Essay on The Policy Process

Words: 1603
Pages: 7

The Policy Process: Part I
LaSantae Drew
May 20, 2013

The policy process is an ongoing event according to Kronenfeld (1997). When a policy is formulated there are two major parts; agenda setting and development of legislation. After these stages then the implementation stage begins. The way issues emerge can bring public awareness to a situation, such as the need for healthcare reform in the United States and eliminating the uninsured population. There are various stages of the policy process required to address this issue which include the formulation stage, legislative stage and the implementation stage.
Policy formulation begins with problems, possible solutions and political circumstances (Kingdon, 2009). Identifying
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H.R. 676 proposes a fair and equitable single payer healthcare plan which will expand on the current Medicare program. All Americans will be eligible, and under this plan medication, dental care, nursing home care, primary care, and preventative care will all be offered at prices that everyone can afford, including the uninsured and underinsured population (Conyers, 2009).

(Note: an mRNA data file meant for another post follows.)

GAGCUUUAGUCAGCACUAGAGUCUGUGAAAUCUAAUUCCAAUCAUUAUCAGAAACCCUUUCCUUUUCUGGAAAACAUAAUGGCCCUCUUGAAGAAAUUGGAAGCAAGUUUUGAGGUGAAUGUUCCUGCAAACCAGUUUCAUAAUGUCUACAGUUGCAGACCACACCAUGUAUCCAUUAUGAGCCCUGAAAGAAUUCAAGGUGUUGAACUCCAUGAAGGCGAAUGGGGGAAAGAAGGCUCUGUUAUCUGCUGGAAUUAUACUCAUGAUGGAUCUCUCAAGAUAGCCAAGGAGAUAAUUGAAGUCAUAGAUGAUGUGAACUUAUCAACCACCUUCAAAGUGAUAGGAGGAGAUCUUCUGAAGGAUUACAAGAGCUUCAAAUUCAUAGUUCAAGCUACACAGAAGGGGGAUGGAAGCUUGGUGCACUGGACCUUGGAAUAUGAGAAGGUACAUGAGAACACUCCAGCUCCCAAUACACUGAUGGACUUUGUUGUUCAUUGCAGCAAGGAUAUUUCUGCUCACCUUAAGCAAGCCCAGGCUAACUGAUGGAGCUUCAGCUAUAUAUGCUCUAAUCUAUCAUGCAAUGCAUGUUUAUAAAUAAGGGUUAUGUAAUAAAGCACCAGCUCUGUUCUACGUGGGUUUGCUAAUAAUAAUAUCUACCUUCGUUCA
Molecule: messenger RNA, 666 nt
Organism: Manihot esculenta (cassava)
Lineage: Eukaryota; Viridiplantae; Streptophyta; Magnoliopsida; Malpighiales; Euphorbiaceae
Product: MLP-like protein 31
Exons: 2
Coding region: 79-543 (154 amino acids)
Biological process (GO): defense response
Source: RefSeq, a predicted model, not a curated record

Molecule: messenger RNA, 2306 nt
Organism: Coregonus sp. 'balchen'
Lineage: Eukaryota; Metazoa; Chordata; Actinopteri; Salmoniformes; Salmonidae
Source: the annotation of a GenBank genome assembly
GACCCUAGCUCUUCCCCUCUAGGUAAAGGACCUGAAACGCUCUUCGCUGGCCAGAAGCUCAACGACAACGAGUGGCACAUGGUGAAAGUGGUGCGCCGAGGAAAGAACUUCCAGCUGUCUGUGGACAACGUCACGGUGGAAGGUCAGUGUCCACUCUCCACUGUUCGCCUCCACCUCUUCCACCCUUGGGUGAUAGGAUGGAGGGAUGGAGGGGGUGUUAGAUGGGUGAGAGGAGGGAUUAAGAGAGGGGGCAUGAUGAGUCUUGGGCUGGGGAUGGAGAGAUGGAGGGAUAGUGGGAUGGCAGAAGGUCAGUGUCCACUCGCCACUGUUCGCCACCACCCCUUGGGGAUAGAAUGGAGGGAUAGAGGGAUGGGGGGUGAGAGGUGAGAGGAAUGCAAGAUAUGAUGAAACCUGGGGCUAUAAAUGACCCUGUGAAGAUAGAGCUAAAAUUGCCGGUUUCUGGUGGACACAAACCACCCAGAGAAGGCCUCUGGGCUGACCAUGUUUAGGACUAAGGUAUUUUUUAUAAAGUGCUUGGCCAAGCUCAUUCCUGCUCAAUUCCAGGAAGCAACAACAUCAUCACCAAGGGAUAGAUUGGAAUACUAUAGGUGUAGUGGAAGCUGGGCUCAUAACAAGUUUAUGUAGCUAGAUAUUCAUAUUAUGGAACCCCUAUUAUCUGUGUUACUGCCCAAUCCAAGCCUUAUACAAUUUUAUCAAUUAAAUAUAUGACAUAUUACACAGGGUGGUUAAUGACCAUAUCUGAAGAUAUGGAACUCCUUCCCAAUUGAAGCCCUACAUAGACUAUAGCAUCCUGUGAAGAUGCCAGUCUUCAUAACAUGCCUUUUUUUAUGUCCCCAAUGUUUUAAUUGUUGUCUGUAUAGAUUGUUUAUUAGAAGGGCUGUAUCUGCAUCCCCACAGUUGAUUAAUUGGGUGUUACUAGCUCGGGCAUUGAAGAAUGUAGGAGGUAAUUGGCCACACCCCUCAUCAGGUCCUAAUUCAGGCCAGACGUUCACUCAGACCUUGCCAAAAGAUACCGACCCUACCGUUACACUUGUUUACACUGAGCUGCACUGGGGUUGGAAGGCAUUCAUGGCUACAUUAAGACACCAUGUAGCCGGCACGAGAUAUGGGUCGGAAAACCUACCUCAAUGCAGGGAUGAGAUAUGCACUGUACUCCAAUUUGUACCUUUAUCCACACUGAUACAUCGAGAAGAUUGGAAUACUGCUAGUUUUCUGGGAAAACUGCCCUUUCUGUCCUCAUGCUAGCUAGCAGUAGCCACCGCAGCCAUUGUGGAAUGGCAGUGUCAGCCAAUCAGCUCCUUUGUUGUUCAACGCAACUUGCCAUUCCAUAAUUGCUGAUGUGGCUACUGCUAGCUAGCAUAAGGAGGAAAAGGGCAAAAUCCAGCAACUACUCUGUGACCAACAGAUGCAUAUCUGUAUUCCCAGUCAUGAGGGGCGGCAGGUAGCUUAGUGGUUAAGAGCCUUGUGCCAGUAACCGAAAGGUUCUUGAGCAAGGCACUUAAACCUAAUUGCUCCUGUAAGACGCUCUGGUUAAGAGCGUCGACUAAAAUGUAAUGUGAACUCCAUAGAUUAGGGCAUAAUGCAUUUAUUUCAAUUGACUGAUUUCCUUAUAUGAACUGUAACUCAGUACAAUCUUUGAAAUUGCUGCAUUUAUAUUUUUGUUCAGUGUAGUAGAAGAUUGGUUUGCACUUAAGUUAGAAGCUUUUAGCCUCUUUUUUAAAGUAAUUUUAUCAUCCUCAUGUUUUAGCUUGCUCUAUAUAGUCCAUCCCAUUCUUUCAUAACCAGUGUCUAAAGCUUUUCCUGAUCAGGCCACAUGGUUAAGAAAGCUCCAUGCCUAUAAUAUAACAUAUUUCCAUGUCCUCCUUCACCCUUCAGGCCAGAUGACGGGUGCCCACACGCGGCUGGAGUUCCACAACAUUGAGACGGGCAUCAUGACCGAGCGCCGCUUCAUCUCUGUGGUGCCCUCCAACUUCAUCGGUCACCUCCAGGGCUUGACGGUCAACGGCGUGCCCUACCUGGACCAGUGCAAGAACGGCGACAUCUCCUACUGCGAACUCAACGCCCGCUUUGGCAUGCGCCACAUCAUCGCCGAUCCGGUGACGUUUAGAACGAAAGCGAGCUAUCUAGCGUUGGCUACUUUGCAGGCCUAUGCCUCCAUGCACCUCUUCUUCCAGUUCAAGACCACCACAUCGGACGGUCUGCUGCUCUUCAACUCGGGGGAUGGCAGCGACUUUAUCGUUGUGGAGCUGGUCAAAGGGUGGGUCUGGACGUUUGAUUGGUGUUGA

If H.R. 676 is approved and signed then the appropriate agency drafts rules and regulations implementing law at which point legislation must approve at the next session. If H.R. 676 is approved and implemented, Legislation will need to state what should be done, how it should be done, and decide other activities that need to be arranged such as organizing, financing, staffing, and control mechanisms (Byat, n.d.). The success of a policy also depends on how well it is implemented.
The United States healthcare system is flawed; people are dying due to inequality in access to health care. According to Davis (2007), when an uninsured individual presents for medical treatment, he or she will be charged the full amount for service because they do not benefit from insurance provider negotiated benefit discounts. The uninsured are at a disadvantage and the inequalities in healthcare need to end. Some states in America are not waiting for Washington to take action (Slone, 2007). Massachusetts, for example, has implemented bold initiatives with health